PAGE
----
When trials on crimes against children take place in counterterrorism courts, the relevant authorities must enable prosecutors and judges to draw on international law, provide sufficient resources to pursue the prosecutions, and ensure defendants can exercise their full fair trial rights.
In cases involving children associated with armed groups and forces, states should treat children who are accused of crimes during their association primarily as victims of violations of international law and not only as perpetrators, in accordance with international standards. Children should never be prosecuted for mere affiliation with an armed group or force.
Cooperating with the International Criminal Court and other international mechanisms
In situations where domestic legal systems are unable or unwilling to pursue prosecutions of crimes against children, the Working Group should explore opportunities to collaborate with the International Criminal Court (ICC) and other international justice mechanisms, such as the International, Impartial and Independent Mechanism (IIIM) on Syria or the Independent Investigative Mechanism for Myanmar to achieve accountability.
This type of collaboration was envisioned when the Working Group first adopted a list of actions it could take in response to grave violations against children. Effective cooperation between international justice mechanisms is critical to achieve a measure of comprehensive justice.
The Working Group’s engagement with the ICC has historically been limited, but it is now time to further develop connections between the two bodies. The Office of the Prosecutor for the ICC has welcomed opportunities to “strengthen cooperation with relevant actors” and earlier this year launched a public consultation to renew its policy on children that “will build upon new approaches… [to] affect meaningful change”.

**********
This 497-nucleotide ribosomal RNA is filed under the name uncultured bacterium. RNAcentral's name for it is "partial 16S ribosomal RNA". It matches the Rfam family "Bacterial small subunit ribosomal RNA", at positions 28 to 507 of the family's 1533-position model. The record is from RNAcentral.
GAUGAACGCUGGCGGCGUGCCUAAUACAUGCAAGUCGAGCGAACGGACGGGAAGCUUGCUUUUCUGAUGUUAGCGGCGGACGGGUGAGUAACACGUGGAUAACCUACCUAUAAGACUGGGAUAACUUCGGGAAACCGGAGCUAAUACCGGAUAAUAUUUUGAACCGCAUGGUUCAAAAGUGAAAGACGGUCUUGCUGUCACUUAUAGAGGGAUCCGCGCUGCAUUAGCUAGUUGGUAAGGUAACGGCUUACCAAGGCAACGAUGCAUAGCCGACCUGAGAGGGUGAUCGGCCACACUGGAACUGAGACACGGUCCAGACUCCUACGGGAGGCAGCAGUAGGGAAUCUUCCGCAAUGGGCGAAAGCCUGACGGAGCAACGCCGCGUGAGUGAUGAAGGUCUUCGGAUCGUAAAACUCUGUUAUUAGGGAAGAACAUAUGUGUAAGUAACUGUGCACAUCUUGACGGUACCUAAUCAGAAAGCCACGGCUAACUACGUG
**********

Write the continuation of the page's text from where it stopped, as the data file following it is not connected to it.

In the past, some Working Group members have considered indicating when parties have likely committed a war crime or other crimes within the jurisdiction of the ICC. They have also explored the possibility of sharing their conclusions with the ICC, and arranging for the prosecutor of the ICC to share briefings with the Working Group.
Ten years ago, some members of the Working Group also considered, in the absence of a UN Security Council referral, inviting states that are party to the Rome Statute to refer situations to the ICC, in which armed groups or forces have committed grave violations against children. Unfortunately, deeply divided opinions about the ICC among Council members have, in the past, limited the adoption of these recommendations.
Children must be protected
On July 5, the UN Security Council will host its annual Open Debate on Children and Armed Conflict. The occasion offers all UN member states an opportunity to publicly commit to efforts to broaden and strengthen accountability for violations against children.
As a first step, member states should call for the UN Secretary General to, once again, identify persistent perpetrators in the annual reports on children and armed conflict, a practice that was stopped in 2017.
The Council has the power to take greater action in response to some of the world’s most egregious perpetrators of crimes against children. It is unacceptable that children like Anwar should have to wait so long for justice and accountability.
Janine Morna, is Thematics Researcher – Children, Amnesty International’s Crisis Response Programme
*Name changed to protect identity.
This post first appeared on IPS News.